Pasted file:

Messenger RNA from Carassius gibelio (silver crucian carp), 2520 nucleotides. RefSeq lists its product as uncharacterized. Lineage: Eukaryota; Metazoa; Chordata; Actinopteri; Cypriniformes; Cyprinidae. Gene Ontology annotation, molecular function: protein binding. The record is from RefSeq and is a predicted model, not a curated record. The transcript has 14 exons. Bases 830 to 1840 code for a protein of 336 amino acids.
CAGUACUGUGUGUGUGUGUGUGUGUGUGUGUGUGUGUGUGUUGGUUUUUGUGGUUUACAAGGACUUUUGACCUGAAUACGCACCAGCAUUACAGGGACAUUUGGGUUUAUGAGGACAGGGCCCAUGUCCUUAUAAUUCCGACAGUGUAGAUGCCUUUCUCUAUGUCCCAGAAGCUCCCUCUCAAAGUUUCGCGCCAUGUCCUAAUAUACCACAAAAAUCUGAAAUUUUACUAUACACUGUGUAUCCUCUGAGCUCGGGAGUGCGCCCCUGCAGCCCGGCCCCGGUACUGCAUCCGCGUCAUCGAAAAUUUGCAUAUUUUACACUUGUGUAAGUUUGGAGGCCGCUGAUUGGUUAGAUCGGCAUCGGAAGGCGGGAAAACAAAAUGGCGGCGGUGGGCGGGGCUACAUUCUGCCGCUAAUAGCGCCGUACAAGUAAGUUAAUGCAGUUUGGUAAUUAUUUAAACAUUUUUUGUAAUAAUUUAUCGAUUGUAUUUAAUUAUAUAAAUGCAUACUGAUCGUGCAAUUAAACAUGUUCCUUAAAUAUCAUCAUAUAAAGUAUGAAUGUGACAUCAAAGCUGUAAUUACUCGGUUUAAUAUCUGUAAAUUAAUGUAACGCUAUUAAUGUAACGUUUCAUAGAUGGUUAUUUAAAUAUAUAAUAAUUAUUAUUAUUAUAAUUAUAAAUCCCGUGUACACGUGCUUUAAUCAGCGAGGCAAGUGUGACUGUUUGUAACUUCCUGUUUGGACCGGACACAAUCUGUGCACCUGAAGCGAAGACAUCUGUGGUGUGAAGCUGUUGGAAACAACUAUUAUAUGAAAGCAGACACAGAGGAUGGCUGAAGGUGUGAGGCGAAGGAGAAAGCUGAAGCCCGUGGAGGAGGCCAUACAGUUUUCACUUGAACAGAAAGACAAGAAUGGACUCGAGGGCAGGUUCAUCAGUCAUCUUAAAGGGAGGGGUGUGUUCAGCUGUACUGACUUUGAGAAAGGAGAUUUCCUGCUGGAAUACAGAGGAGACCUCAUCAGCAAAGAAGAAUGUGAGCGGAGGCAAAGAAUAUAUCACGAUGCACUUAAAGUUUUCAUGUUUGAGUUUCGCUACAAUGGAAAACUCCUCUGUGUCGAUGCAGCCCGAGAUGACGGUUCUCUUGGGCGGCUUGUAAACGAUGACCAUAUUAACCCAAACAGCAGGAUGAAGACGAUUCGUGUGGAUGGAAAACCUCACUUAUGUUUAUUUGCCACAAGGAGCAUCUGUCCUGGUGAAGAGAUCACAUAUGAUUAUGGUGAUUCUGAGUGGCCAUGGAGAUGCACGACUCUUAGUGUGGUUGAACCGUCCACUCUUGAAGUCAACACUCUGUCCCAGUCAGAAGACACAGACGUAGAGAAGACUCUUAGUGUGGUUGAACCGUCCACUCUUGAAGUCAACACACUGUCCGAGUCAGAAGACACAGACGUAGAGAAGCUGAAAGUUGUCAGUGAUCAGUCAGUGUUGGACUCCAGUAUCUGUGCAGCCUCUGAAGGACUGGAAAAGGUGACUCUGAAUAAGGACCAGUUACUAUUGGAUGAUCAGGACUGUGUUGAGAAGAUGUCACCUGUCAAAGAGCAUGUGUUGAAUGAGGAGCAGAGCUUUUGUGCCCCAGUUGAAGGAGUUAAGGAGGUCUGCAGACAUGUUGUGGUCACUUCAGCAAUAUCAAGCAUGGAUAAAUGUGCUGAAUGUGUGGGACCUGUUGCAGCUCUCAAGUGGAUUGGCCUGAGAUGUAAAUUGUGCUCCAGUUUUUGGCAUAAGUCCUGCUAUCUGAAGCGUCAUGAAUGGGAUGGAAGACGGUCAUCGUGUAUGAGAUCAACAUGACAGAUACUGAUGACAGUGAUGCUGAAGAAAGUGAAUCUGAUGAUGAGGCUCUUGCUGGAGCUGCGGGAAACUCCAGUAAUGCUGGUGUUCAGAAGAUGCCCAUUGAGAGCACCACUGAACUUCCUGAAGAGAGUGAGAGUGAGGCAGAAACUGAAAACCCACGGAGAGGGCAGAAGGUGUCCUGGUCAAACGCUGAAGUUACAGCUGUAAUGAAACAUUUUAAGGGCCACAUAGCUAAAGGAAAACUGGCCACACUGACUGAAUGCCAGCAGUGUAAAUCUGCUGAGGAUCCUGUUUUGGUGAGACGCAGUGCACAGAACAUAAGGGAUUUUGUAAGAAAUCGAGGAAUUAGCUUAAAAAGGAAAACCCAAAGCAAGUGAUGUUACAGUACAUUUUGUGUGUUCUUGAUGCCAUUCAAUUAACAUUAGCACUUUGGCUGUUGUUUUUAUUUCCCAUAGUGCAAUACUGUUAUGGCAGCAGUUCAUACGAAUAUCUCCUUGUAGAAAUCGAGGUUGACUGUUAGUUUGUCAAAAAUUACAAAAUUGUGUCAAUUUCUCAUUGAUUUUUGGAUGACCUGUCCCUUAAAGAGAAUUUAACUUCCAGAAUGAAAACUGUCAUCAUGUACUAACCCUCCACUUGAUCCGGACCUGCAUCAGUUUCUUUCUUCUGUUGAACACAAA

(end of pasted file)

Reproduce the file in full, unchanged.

Messenger RNA from Carassius gibelio (silver crucian carp), 2520 nucleotides. RefSeq lists its product as uncharacterized. Lineage: Eukaryota; Metazoa; Chordata; Actinopteri; Cypriniformes; Cyprinidae. Gene Ontology annotation, molecular function: protein binding. The record is from RefSeq and is a predicted model, not a curated record. The transcript has 14 exons. Bases 830 to 1840 code for a protein of 336 amino acids.
CAGUACUGUGUGUGUGUGUGUGUGUGUGUGUGUGUGUGUGUUGGUUUUUGUGGUUUACAAGGACUUUUGACCUGAAUACGCACCAGCAUUACAGGGACAUUUGGGUUUAUGAGGACAGGGCCCAUGUCCUUAUAAUUCCGACAGUGUAGAUGCCUUUCUCUAUGUCCCAGAAGCUCCCUCUCAAAGUUUCGCGCCAUGUCCUAAUAUACCACAAAAAUCUGAAAUUUUACUAUACACUGUGUAUCCUCUGAGCUCGGGAGUGCGCCCCUGCAGCCCGGCCCCGGUACUGCAUCCGCGUCAUCGAAAAUUUGCAUAUUUUACACUUGUGUAAGUUUGGAGGCCGCUGAUUGGUUAGAUCGGCAUCGGAAGGCGGGAAAACAAAAUGGCGGCGGUGGGCGGGGCUACAUUCUGCCGCUAAUAGCGCCGUACAAGUAAGUUAAUGCAGUUUGGUAAUUAUUUAAACAUUUUUUGUAAUAAUUUAUCGAUUGUAUUUAAUUAUAUAAAUGCAUACUGAUCGUGCAAUUAAACAUGUUCCUUAAAUAUCAUCAUAUAAAGUAUGAAUGUGACAUCAAAGCUGUAAUUACUCGGUUUAAUAUCUGUAAAUUAAUGUAACGCUAUUAAUGUAACGUUUCAUAGAUGGUUAUUUAAAUAUAUAAUAAUUAUUAUUAUUAUAAUUAUAAAUCCCGUGUACACGUGCUUUAAUCAGCGAGGCAAGUGUGACUGUUUGUAACUUCCUGUUUGGACCGGACACAAUCUGUGCACCUGAAGCGAAGACAUCUGUGGUGUGAAGCUGUUGGAAACAACUAUUAUAUGAAAGCAGACACAGAGGAUGGCUGAAGGUGUGAGGCGAAGGAGAAAGCUGAAGCCCGUGGAGGAGGCCAUACAGUUUUCACUUGAACAGAAAGACAAGAAUGGACUCGAGGGCAGGUUCAUCAGUCAUCUUAAAGGGAGGGGUGUGUUCAGCUGUACUGACUUUGAGAAAGGAGAUUUCCUGCUGGAAUACAGAGGAGACCUCAUCAGCAAAGAAGAAUGUGAGCGGAGGCAAAGAAUAUAUCACGAUGCACUUAAAGUUUUCAUGUUUGAGUUUCGCUACAAUGGAAAACUCCUCUGUGUCGAUGCAGCCCGAGAUGACGGUUCUCUUGGGCGGCUUGUAAACGAUGACCAUAUUAACCCAAACAGCAGGAUGAAGACGAUUCGUGUGGAUGGAAAACCUCACUUAUGUUUAUUUGCCACAAGGAGCAUCUGUCCUGGUGAAGAGAUCACAUAUGAUUAUGGUGAUUCUGAGUGGCCAUGGAGAUGCACGACUCUUAGUGUGGUUGAACCGUCCACUCUUGAAGUCAACACUCUGUCCCAGUCAGAAGACACAGACGUAGAGAAGACUCUUAGUGUGGUUGAACCGUCCACUCUUGAAGUCAACACACUGUCCGAGUCAGAAGACACAGACGUAGAGAAGCUGAAAGUUGUCAGUGAUCAGUCAGUGUUGGACUCCAGUAUCUGUGCAGCCUCUGAAGGACUGGAAAAGGUGACUCUGAAUAAGGACCAGUUACUAUUGGAUGAUCAGGACUGUGUUGAGAAGAUGUCACCUGUCAAAGAGCAUGUGUUGAAUGAGGAGCAGAGCUUUUGUGCCCCAGUUGAAGGAGUUAAGGAGGUCUGCAGACAUGUUGUGGUCACUUCAGCAAUAUCAAGCAUGGAUAAAUGUGCUGAAUGUGUGGGACCUGUUGCAGCUCUCAAGUGGAUUGGCCUGAGAUGUAAAUUGUGCUCCAGUUUUUGGCAUAAGUCCUGCUAUCUGAAGCGUCAUGAAUGGGAUGGAAGACGGUCAUCGUGUAUGAGAUCAACAUGACAGAUACUGAUGACAGUGAUGCUGAAGAAAGUGAAUCUGAUGAUGAGGCUCUUGCUGGAGCUGCGGGAAACUCCAGUAAUGCUGGUGUUCAGAAGAUGCCCAUUGAGAGCACCACUGAACUUCCUGAAGAGAGUGAGAGUGAGGCAGAAACUGAAAACCCACGGAGAGGGCAGAAGGUGUCCUGGUCAAACGCUGAAGUUACAGCUGUAAUGAAACAUUUUAAGGGCCACAUAGCUAAAGGAAAACUGGCCACACUGACUGAAUGCCAGCAGUGUAAAUCUGCUGAGGAUCCUGUUUUGGUGAGACGCAGUGCACAGAACAUAAGGGAUUUUGUAAGAAAUCGAGGAAUUAGCUUAAAAAGGAAAACCCAAAGCAAGUGAUGUUACAGUACAUUUUGUGUGUUCUUGAUGCCAUUCAAUUAACAUUAGCACUUUGGCUGUUGUUUUUAUUUCCCAUAGUGCAAUACUGUUAUGGCAGCAGUUCAUACGAAUAUCUCCUUGUAGAAAUCGAGGUUGACUGUUAGUUUGUCAAAAAUUACAAAAUUGUGUCAAUUUCUCAUUGAUUUUUGGAUGACCUGUCCCUUAAAGAGAAUUUAACUUCCAGAAUGAAAACUGUCAUCAUGUACUAACCCUCCACUUGAUCCGGACCUGCAUCAGUUUCUUUCUUCUGUUGAACACAAA